Europe's most extensive research yet into the impact of aerosols

May 01, 2013
Europe's most extensive research yet into the impact of aerosols
Credit: Shutterstock

The battle to curtail the global impact of aerosols has taken a step forward with the most extensive aerosol research project conducted in Europe so far.

The project EUCAARI ('European Integrated Project on Aerosol Cloud Climate and Air Quality Interactions'), has resulted in a renewed understanding of how affect the planet's radioactive balance.

A major part of the study comprised the investigation of present-day aerosols in cooling applications, which are expected to be reduced dramatically by 2030. This has led the project to call for the implementation of more stringent air pollution abatement measures worldwide.

In order to make significant progress in this area, the project, coordinated by Professor Markku Kulmala from the University of Helsinki, gathered a consortium of 47 partners across 32 European countries. The project received funding of EUR 15 million, with nearly EUR 10 million provided by the EU.

The EUCAARI laboratory then proceeded with a series of extensive field studies in order to gain new information about aerosol and . These were performed on ground-based aircraft and satellite platforms, not only in Europe, but also in China, South-Africa, Brazil and India.

The researchers studied the emission and formation of aerosols, how they evolve and transform during their , and their impact on clouds. Measurements were then integrated with existing data to produce a global dataset. This approach helped the researchers to understand the effects of aerosols on air quality and climate.

Another focus area for the project was in aerosol and techniques, and their relation to air pollution and climate change interactions. By understanding future they were able to develop strategies and implement plans for global air-quality monitoring.

They also developed new aerosol measurement instruments using some of the most complex available in the world. These included the cluster spectrometer, which can be accessed at numerous sites at the same time, including from airborne platforms. Several new instrumental techniques were also developed to observe the different properties of atmospheric aerosols.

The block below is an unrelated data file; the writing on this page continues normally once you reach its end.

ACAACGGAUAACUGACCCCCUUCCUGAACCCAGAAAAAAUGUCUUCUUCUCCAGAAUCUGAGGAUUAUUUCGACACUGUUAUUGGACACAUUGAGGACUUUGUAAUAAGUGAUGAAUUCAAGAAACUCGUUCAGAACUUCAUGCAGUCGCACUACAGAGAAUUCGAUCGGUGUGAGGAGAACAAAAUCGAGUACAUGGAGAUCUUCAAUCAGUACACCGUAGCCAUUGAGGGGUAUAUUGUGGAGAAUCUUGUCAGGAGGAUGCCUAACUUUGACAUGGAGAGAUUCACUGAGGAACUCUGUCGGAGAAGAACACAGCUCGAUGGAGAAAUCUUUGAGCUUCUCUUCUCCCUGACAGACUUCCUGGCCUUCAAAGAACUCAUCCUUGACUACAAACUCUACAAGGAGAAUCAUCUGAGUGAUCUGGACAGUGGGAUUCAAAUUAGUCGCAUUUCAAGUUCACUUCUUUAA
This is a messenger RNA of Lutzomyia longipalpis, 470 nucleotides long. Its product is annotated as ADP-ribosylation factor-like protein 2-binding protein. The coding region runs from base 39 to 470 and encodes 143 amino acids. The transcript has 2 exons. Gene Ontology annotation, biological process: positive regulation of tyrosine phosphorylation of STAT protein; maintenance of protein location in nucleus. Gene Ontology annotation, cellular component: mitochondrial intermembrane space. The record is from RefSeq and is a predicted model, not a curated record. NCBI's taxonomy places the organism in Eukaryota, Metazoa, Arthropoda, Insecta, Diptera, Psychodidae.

What the project achieved was, in all, quite significant, attaining new knowledge on the whole physical background related to aerosol formation and impacts at all scales, from the micro- to the global, from milliseconds to centuries.

Additionally, the project quantified the effects on aerosol concentrations of major reductions in the emission of particles and their precursors within and outside Europe. Crucially, EUCAARI also contributed to the scientific requirements relating to the European Thematic Strategy on .

Overall, the EUCAARI team believe that progress in atmospheric research has received a valuable boost, thanks to the project. Its findings pave the way for more critical and informed research and assessments in the future and for practical solutions to pollution problems around the world.

Explore further: US delays decision on Keystone pipeline project

More information: EUCAARI www.atm.helsinki.fi/eucaari/

Atmospheric Chemistry and Physics Journal www.atmos-chem-phys.org/special_issue111.html

add to favorites email to friend print save as pdf

Related Stories

Down-and-dirty details of climate modeling

May 04, 2011

For the first time, researchers have developed a comprehensive approach to look at aerosols—those fine particles found in pollution—and their effect on clouds and climate. Scientists from Pacific ...

Recommended for you

US delays decision on Keystone pipeline project

Apr 18, 2014

The United States announced Friday a fresh delay on a final decision regarding a controversial Canada to US oil pipeline, saying more time was needed to carry out a review.

New research on Earth's carbon budget

Apr 18, 2014

(Phys.org) —Results from a research project involving scientists from the Desert Research Institute have generated new findings surrounding some of the unknowns of changes in climate and the degree to which ...

User comments : 0

More news stories

China says massive area of its soil polluted

A huge area of China's soil covering more than twice the size of Spain is estimated to be polluted, the government said Thursday, announcing findings of a survey previously kept secret.

UN weather agency warns of 'El Nino' this year

The UN weather agency Tuesday warned there was a good chance of an "El Nino" climate phenomenon in the Pacific Ocean this year, bringing droughts and heavy rainfall to the rest of the world.

NASA's space station Robonaut finally getting legs

Robonaut, the first out-of-this-world humanoid, is finally getting its space legs. For three years, Robonaut has had to manage from the waist up. This new pair of legs means the experimental robot—now stuck ...

Ex-Apple chief plans mobile phone for India

Former Apple chief executive John Sculley, whose marketing skills helped bring the personal computer to desktops worldwide, says he plans to launch a mobile phone in India to exploit its still largely untapped ...

Filipino tests negative for Middle East virus

A Filipino nurse who tested positive for the Middle East virus has been found free of infection in a subsequent examination after he returned home, Philippine health officials said Saturday.

Egypt archaeologists find ancient writer's tomb

Egypt's minister of antiquities says a team of Spanish archaeologists has discovered two tombs in the southern part of the country, one of them belonging to a writer and containing a trove of artifacts including reed pens ...